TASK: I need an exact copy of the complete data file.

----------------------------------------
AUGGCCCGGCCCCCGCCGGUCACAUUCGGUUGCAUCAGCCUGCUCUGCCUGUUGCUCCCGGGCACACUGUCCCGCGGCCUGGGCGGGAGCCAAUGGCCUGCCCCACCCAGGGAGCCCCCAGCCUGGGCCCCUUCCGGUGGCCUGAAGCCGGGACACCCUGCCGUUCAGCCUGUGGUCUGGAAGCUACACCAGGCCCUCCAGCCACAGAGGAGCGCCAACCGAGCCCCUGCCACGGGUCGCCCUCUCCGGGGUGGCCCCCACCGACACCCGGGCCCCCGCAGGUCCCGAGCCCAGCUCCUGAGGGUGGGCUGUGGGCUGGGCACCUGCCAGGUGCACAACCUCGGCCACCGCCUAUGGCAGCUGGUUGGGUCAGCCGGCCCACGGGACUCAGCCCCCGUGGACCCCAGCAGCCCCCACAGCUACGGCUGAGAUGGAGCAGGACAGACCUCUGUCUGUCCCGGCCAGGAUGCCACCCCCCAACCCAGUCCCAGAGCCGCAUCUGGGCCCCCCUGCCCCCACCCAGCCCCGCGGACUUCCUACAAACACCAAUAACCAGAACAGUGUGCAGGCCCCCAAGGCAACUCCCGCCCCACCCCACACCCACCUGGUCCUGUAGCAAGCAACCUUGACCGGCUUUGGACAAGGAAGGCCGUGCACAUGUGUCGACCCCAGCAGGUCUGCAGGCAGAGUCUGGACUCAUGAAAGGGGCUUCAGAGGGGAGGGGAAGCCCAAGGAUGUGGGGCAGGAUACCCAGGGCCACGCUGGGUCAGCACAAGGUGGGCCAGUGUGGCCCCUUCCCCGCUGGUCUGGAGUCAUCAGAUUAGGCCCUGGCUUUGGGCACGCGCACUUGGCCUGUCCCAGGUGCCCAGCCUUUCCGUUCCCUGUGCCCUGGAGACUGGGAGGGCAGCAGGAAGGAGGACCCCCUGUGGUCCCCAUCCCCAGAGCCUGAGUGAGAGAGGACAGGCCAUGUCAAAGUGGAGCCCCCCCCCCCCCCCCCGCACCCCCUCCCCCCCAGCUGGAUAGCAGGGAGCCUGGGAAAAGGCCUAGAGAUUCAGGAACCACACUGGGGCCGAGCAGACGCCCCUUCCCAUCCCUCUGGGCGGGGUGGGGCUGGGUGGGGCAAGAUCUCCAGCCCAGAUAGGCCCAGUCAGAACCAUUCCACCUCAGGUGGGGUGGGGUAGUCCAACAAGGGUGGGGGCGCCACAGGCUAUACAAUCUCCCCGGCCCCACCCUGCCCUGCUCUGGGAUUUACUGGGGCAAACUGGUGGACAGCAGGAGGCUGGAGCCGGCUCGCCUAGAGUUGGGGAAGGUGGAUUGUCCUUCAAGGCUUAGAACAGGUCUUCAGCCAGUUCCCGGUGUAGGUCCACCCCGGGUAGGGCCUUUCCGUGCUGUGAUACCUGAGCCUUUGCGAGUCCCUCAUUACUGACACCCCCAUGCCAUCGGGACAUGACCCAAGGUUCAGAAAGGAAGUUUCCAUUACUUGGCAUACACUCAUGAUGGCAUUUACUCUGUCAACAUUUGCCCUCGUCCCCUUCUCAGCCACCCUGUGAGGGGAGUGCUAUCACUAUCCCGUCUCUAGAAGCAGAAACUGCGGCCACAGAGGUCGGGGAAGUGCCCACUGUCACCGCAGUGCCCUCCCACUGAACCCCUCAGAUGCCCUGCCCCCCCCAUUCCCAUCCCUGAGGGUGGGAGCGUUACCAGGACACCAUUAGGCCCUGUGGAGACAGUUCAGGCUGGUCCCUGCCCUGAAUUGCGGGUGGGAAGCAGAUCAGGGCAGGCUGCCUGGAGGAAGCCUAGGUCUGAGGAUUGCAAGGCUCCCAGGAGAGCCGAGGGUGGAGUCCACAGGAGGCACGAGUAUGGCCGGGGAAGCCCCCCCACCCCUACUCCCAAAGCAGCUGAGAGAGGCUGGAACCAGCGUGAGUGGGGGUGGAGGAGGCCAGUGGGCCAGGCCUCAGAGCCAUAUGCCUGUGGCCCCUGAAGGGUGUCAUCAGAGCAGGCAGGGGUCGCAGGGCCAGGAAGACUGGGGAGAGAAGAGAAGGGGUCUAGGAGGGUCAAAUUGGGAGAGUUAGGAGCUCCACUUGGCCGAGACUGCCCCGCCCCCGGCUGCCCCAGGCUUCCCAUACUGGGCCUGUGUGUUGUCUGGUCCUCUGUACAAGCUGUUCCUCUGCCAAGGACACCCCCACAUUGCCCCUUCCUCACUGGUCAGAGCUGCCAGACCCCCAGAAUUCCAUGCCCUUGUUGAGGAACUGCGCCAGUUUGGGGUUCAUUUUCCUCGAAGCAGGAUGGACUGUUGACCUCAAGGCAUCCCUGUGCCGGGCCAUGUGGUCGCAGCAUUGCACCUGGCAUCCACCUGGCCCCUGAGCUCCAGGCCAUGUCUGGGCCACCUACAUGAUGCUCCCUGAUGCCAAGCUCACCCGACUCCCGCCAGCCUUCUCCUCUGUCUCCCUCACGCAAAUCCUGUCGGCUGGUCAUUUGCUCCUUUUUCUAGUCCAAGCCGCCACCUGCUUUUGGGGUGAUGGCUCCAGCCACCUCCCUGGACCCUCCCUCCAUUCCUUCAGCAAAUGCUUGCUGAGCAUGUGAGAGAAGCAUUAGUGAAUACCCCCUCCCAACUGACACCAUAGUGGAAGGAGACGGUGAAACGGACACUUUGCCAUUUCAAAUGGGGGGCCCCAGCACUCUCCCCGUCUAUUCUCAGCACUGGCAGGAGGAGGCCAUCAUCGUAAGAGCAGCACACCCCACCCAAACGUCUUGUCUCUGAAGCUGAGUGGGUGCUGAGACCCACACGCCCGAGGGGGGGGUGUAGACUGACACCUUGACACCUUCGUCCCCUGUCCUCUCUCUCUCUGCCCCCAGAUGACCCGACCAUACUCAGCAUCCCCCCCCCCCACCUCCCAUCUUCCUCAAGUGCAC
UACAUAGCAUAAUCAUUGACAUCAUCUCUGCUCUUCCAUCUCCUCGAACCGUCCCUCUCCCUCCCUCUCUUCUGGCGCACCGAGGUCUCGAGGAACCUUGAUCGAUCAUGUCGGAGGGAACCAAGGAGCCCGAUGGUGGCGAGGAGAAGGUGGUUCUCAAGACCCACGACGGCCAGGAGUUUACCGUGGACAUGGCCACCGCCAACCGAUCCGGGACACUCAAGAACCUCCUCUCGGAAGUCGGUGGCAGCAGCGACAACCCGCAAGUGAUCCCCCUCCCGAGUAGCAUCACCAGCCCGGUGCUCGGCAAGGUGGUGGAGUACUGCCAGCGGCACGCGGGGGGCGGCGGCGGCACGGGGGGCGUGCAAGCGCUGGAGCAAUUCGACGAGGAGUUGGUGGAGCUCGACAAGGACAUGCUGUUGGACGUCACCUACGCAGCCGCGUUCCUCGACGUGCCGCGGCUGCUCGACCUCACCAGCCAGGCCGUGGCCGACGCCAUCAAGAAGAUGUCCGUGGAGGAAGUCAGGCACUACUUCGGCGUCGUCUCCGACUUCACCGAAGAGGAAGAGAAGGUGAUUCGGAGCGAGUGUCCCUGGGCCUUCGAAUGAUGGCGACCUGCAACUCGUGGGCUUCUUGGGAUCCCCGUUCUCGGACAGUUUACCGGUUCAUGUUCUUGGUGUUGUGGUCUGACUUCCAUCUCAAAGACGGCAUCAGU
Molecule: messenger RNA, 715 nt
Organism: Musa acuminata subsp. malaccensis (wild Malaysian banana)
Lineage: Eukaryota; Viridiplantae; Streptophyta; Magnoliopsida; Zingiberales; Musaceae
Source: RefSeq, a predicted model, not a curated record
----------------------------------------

AUGGCCCGGCCCCCGCCGGUCACAUUCGGUUGCAUCAGCCUGCUCUGCCUGUUGCUCCCGGGCACACUGUCCCGCGGCCUGGGCGGGAGCCAAUGGCCUGCCCCACCCAGGGAGCCCCCAGCCUGGGCCCCUUCCGGUGGCCUGAAGCCGGGACACCCUGCCGUUCAGCCUGUGGUCUGGAAGCUACACCAGGCCCUCCAGCCACAGAGGAGCGCCAACCGAGCCCCUGCCACGGGUCGCCCUCUCCGGGGUGGCCCCCACCGACACCCGGGCCCCCGCAGGUCCCGAGCCCAGCUCCUGAGGGUGGGCUGUGGGCUGGGCACCUGCCAGGUGCACAACCUCGGCCACCGCCUAUGGCAGCUGGUUGGGUCAGCCGGCCCACGGGACUCAGCCCCCGUGGACCCCAGCAGCCCCCACAGCUACGGCUGAGAUGGAGCAGGACAGACCUCUGUCUGUCCCGGCCAGGAUGCCACCCCCCAACCCAGUCCCAGAGCCGCAUCUGGGCCCCCCUGCCCCCACCCAGCCCCGCGGACUUCCUACAAACACCAAUAACCAGAACAGUGUGCAGGCCCCCAAGGCAACUCCCGCCCCACCCCACACCCACCUGGUCCUGUAGCAAGCAACCUUGACCGGCUUUGGACAAGGAAGGCCGUGCACAUGUGUCGACCCCAGCAGGUCUGCAGGCAGAGUCUGGACUCAUGAAAGGGGCUUCAGAGGGGAGGGGAAGCCCAAGGAUGUGGGGCAGGAUACCCAGGGCCACGCUGGGUCAGCACAAGGUGGGCCAGUGUGGCCCCUUCCCCGCUGGUCUGGAGUCAUCAGAUUAGGCCCUGGCUUUGGGCACGCGCACUUGGCCUGUCCCAGGUGCCCAGCCUUUCCGUUCCCUGUGCCCUGGAGACUGGGAGGGCAGCAGGAAGGAGGACCCCCUGUGGUCCCCAUCCCCAGAGCCUGAGUGAGAGAGGACAGGCCAUGUCAAAGUGGAGCCCCCCCCCCCCCCCCCGCACCCCCUCCCCCCCAGCUGGAUAGCAGGGAGCCUGGGAAAAGGCCUAGAGAUUCAGGAACCACACUGGGGCCGAGCAGACGCCCCUUCCCAUCCCUCUGGGCGGGGUGGGGCUGGGUGGGGCAAGAUCUCCAGCCCAGAUAGGCCCAGUCAGAACCAUUCCACCUCAGGUGGGGUGGGGUAGUCCAACAAGGGUGGGGGCGCCACAGGCUAUACAAUCUCCCCGGCCCCACCCUGCCCUGCUCUGGGAUUUACUGGGGCAAACUGGUGGACAGCAGGAGGCUGGAGCCGGCUCGCCUAGAGUUGGGGAAGGUGGAUUGUCCUUCAAGGCUUAGAACAGGUCUUCAGCCAGUUCCCGGUGUAGGUCCACCCCGGGUAGGGCCUUUCCGUGCUGUGAUACCUGAGCCUUUGCGAGUCCCUCAUUACUGACACCCCCAUGCCAUCGGGACAUGACCCAAGGUUCAGAAAGGAAGUUUCCAUUACUUGGCAUACACUCAUGAUGGCAUUUACUCUGUCAACAUUUGCCCUCGUCCCCUUCUCAGCCACCCUGUGAGGGGAGUGCUAUCACUAUCCCGUCUCUAGAAGCAGAAACUGCGGCCACAGAGGUCGGGGAAGUGCCCACUGUCACCGCAGUGCCCUCCCACUGAACCCCUCAGAUGCCCUGCCCCCCCCAUUCCCAUCCCUGAGGGUGGGAGCGUUACCAGGACACCAUUAGGCCCUGUGGAGACAGUUCAGGCUGGUCCCUGCCCUGAAUUGCGGGUGGGAAGCAGAUCAGGGCAGGCUGCCUGGAGGAAGCCUAGGUCUGAGGAUUGCAAGGCUCCCAGGAGAGCCGAGGGUGGAGUCCACAGGAGGCACGAGUAUGGCCGGGGAAGCCCCCCCACCCCUACUCCCAAAGCAGCUGAGAGAGGCUGGAACCAGCGUGAGUGGGGGUGGAGGAGGCCAGUGGGCCAGGCCUCAGAGCCAUAUGCCUGUGGCCCCUGAAGGGUGUCAUCAGAGCAGGCAGGGGUCGCAGGGCCAGGAAGACUGGGGAGAGAAGAGAAGGGGUCUAGGAGGGUCAAAUUGGGAGAGUUAGGAGCUCCACUUGGCCGAGACUGCCCCGCCCCCGGCUGCCCCAGGCUUCCCAUACUGGGCCUGUGUGUUGUCUGGUCCUCUGUACAAGCUGUUCCUCUGCCAAGGACACCCCCACAUUGCCCCUUCCUCACUGGUCAGAGCUGCCAGACCCCCAGAAUUCCAUGCCCUUGUUGAGGAACUGCGCCAGUUUGGGGUUCAUUUUCCUCGAAGCAGGAUGGACUGUUGACCUCAAGGCAUCCCUGUGCCGGGCCAUGUGGUCGCAGCAUUGCACCUGGCAUCCACCUGGCCCCUGAGCUCCAGGCCAUGUCUGGGCCACCUACAUGAUGCUCCCUGAUGCCAAGCUCACCCGACUCCCGCCAGCCUUCUCCUCUGUCUCCCUCACGCAAAUCCUGUCGGCUGGUCAUUUGCUCCUUUUUCUAGUCCAAGCCGCCACCUGCUUUUGGGGUGAUGGCUCCAGCCACCUCCCUGGACCCUCCCUCCAUUCCUUCAGCAAAUGCUUGCUGAGCAUGUGAGAGAAGCAUUAGUGAAUACCCCCUCCCAACUGACACCAUAGUGGAAGGAGACGGUGAAACGGACACUUUGCCAUUUCAAAUGGGGGGCCCCAGCACUCUCCCCGUCUAUUCUCAGCACUGGCAGGAGGAGGCCAUCAUCGUAAGAGCAGCACACCCCACCCAAACGUCUUGUCUCUGAAGCUGAGUGGGUGCUGAGACCCACACGCCCGAGGGGGGGGUGUAGACUGACACCUUGACACCUUCGUCCCCUGUCCUCUCUCUCUCUGCCCCCAGAUGACCCGACCAUACUCAGCAUCCCCCCCCCCCACCUCCCAUCUUCCUCAAGUGCAC
UACAUAGCAUAAUCAUUGACAUCAUCUCUGCUCUUCCAUCUCCUCGAACCGUCCCUCUCCCUCCCUCUCUUCUGGCGCACCGAGGUCUCGAGGAACCUUGAUCGAUCAUGUCGGAGGGAACCAAGGAGCCCGAUGGUGGCGAGGAGAAGGUGGUUCUCAAGACCCACGACGGCCAGGAGUUUACCGUGGACAUGGCCACCGCCAACCGAUCCGGGACACUCAAGAACCUCCUCUCGGAAGUCGGUGGCAGCAGCGACAACCCGCAAGUGAUCCCCCUCCCGAGUAGCAUCACCAGCCCGGUGCUCGGCAAGGUGGUGGAGUACUGCCAGCGGCACGCGGGGGGCGGCGGCGGCACGGGGGGCGUGCAAGCGCUGGAGCAAUUCGACGAGGAGUUGGUGGAGCUCGACAAGGACAUGCUGUUGGACGUCACCUACGCAGCCGCGUUCCUCGACGUGCCGCGGCUGCUCGACCUCACCAGCCAGGCCGUGGCCGACGCCAUCAAGAAGAUGUCCGUGGAGGAAGUCAGGCACUACUUCGGCGUCGUCUCCGACUUCACCGAAGAGGAAGAGAAGGUGAUUCGGAGCGAGUGUCCCUGGGCCUUCGAAUGAUGGCGACCUGCAACUCGUGGGCUUCUUGGGAUCCCCGUUCUCGGACAGUUUACCGGUUCAUGUUCUUGGUGUUGUGGUCUGACUUCCAUCUCAAAGACGGCAUCAGU
Molecule: messenger RNA, 715 nt
Organism: Musa acuminata subsp. malaccensis (wild Malaysian banana)
Lineage: Eukaryota; Viridiplantae; Streptophyta; Magnoliopsida; Zingiberales; Musaceae
Source: RefSeq, a predicted model, not a curated record